This being the first large-scale engagement since the change in command at Fifth Fleet headquarters, I will reach out to those involved to find out if there have been any changes to tactical doctrine, and whether those changes, if any, contributed to the result of the action. 

Ramiro got up, his thoughts whirling indiscriminately, and covered his agitation by heading toward the wall-mounted locker holding his clean shipboard uniforms. As the top drawer slid open, he became conscious that he was still holding his gun. Slowly, he set it on top of the neatly folded tunics. Knowing what was sleeping in the next compartment, he hated to part with it, but if the little man was what Livia had said, a handgun wouldn’t be nearly enough to take him down, and a confrontation would be counterproductive in any case. 

“Ramie, don’t-” 

“Don’t what?” Ramiro squared his shoulders and gripped the edges of the drawer until its sharp metal edges dug into his palms. “I’m going to talk to our passenger.” 

“Listen.” The bunk creaked as Livia stood up. “The thin line he is walking... You don’t understand. If you say the wrong thing, you’ll wind up dead before either of you know what’s happening.”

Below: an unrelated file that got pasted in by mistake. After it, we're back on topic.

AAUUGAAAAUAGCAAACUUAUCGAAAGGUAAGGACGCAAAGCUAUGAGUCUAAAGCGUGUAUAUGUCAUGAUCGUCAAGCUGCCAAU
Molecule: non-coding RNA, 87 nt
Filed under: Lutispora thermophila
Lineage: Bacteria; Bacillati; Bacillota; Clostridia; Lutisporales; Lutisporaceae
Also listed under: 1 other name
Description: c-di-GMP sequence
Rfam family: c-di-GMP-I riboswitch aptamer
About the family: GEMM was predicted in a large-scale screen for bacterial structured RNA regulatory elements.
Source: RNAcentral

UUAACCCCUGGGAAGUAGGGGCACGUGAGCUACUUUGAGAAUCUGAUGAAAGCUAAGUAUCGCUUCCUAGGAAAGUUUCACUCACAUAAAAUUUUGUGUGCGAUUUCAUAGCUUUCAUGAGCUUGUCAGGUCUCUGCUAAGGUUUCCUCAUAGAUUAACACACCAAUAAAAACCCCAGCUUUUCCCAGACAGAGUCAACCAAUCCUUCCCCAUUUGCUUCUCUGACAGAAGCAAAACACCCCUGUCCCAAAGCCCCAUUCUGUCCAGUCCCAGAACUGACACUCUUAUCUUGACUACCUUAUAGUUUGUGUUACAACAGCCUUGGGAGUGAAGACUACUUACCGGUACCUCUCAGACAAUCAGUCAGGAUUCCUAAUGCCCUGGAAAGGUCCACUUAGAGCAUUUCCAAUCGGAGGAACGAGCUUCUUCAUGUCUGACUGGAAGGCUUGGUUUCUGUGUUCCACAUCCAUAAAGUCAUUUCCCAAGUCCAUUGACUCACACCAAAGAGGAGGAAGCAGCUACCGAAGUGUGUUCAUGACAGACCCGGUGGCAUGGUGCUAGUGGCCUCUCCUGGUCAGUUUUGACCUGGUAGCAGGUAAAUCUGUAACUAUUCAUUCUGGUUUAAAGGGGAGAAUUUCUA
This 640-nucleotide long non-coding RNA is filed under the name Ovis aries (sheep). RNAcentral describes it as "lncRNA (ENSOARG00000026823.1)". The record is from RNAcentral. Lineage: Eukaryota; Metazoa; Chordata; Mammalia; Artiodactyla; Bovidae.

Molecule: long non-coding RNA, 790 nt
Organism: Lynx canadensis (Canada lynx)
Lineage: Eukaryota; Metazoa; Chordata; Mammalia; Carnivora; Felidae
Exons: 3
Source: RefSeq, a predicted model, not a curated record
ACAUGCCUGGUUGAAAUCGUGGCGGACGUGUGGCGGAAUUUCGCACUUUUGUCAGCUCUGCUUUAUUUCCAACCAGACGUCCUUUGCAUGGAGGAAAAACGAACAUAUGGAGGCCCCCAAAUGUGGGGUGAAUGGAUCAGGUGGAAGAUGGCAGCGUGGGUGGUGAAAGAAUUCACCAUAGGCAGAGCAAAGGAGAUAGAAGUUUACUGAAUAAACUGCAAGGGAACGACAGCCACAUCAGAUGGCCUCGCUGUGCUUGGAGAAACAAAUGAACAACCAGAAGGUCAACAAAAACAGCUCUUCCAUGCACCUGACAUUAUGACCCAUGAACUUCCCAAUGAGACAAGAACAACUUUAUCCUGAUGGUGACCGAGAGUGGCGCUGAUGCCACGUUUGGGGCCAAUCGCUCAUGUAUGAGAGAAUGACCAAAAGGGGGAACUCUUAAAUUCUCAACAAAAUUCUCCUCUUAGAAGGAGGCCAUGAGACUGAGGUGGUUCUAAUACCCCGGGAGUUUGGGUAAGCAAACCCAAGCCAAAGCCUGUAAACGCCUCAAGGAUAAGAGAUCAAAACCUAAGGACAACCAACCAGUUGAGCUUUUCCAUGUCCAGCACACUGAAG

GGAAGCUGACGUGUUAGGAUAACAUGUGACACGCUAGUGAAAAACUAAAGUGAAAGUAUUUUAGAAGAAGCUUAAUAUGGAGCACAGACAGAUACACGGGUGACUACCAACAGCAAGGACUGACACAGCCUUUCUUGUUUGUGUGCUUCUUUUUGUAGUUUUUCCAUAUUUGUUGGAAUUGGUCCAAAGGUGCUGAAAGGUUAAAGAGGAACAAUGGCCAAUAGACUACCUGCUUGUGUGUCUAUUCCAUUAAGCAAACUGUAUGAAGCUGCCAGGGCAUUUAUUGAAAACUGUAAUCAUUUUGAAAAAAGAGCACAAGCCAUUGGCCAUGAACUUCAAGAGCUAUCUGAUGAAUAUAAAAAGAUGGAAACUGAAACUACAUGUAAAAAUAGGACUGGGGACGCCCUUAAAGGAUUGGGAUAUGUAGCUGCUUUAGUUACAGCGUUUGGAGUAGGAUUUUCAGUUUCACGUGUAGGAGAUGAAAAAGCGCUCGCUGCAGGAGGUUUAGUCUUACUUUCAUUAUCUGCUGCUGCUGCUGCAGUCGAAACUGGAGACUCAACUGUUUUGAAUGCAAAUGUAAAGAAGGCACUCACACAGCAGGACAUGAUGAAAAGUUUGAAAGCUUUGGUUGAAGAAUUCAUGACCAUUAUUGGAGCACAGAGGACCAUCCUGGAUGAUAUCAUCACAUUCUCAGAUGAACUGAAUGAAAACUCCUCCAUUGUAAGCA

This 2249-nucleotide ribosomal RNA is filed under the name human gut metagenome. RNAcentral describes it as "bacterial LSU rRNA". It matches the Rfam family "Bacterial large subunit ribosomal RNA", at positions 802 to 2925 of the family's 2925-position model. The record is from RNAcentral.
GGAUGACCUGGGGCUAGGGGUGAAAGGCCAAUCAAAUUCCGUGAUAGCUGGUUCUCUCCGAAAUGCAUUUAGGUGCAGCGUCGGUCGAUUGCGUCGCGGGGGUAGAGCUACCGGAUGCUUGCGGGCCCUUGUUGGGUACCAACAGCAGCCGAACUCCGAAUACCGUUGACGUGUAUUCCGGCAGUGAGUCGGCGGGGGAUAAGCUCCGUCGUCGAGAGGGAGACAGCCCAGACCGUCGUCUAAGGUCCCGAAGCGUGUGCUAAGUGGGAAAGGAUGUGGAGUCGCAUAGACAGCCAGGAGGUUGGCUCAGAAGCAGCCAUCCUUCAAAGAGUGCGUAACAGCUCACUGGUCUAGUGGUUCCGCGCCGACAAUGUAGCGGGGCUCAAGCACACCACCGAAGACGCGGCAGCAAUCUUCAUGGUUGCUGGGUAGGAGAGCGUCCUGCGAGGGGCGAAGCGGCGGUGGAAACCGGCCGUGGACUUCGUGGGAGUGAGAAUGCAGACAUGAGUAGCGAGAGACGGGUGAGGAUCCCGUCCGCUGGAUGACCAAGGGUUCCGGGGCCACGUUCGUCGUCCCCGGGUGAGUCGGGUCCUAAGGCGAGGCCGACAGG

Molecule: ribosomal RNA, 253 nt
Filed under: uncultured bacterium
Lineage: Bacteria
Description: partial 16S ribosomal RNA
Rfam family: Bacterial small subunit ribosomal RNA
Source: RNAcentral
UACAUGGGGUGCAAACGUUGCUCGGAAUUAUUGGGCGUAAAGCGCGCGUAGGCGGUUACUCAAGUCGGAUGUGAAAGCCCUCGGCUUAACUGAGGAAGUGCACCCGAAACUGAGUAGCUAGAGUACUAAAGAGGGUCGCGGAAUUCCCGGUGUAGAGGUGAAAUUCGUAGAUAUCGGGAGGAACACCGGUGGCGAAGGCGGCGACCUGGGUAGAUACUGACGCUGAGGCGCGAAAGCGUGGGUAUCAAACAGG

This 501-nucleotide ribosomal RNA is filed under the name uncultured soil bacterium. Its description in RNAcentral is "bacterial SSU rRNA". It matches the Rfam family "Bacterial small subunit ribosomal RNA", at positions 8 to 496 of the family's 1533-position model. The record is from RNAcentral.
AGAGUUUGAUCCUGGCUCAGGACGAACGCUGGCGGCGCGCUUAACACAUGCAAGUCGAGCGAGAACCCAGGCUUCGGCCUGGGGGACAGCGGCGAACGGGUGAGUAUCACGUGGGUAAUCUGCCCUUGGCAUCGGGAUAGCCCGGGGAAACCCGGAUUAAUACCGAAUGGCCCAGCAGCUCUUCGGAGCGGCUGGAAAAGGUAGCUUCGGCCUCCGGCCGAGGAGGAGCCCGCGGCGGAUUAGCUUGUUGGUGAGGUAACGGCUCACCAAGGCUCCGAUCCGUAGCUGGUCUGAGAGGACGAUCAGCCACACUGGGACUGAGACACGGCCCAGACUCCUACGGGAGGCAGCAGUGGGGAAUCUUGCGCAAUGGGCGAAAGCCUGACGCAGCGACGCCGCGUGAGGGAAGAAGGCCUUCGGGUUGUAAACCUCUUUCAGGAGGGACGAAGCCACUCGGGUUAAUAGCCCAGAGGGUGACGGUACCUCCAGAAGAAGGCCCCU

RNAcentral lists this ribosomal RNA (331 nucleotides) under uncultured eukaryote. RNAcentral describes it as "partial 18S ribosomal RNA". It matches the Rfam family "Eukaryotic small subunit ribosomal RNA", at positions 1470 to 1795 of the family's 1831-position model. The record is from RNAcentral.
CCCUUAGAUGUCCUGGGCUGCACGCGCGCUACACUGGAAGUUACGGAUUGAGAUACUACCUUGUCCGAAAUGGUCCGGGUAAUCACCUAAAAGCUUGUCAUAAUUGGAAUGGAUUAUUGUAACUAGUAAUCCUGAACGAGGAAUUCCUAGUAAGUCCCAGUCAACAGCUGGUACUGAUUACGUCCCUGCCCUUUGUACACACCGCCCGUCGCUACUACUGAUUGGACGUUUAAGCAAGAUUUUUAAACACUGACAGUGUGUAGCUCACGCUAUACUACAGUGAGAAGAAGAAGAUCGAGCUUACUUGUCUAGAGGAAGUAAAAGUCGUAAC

“All the more reason for you to stay here, Liv.” Ramiro shook out a fresh tunic and ran his fingers over the Jen Daley shoulder patch. “The ship’s systems will let you make a distress call.” 

Though Ramiro expected her to protest, to try to stop him, Livia said nothing as he shrugged the tunic over his shoulders and pulled on the matching pants and boots. When he turned to the door, he found her leaning against the bulkhead next to it, still wearing only her sheer night-dress, one long leg crossed over the other. 

“What do you hope he’ll tell you?” Livia was looking down at the deck, and Ramiro thought it odd that she wouldn’t look him in the eyes. 

“I don’t know.” Ramiro shrugged, looking away from her to avoid the distraction she was openly presenting. “I won’t be long.” 

Livia nodded slowly, but made no further response. 

Ramiro, tugging his tunic into place, stepped up to the door and keyed it open. Though the corridor lighting outside was set to the same brightness as the shared crew cabin, the air beyond seemed shadowy and sinister, polluted by the presence of an Incarnation assassin. 

“Ramie...” Livia grabbed Ramiro’s wrist as he stepped through. “I’m sorry I got you into this.” 

Ramiro turned back to her. Glancing at the distress written on her face, he decided to assume that she was being genuine, or at least, that she was trying to be. “It probably had to be me.” He grimaced, disliking how true this was. If she really couldn’t say what had been done to her, then she probably didn’t know anyone else who could have puzzled out the truth. How long had she planned to arrange a situation to tip him off? Had it been her goal way back at Philadelphia, when she’d called him and offered to repair Jen Daley in exchange for helping with her latest scheme?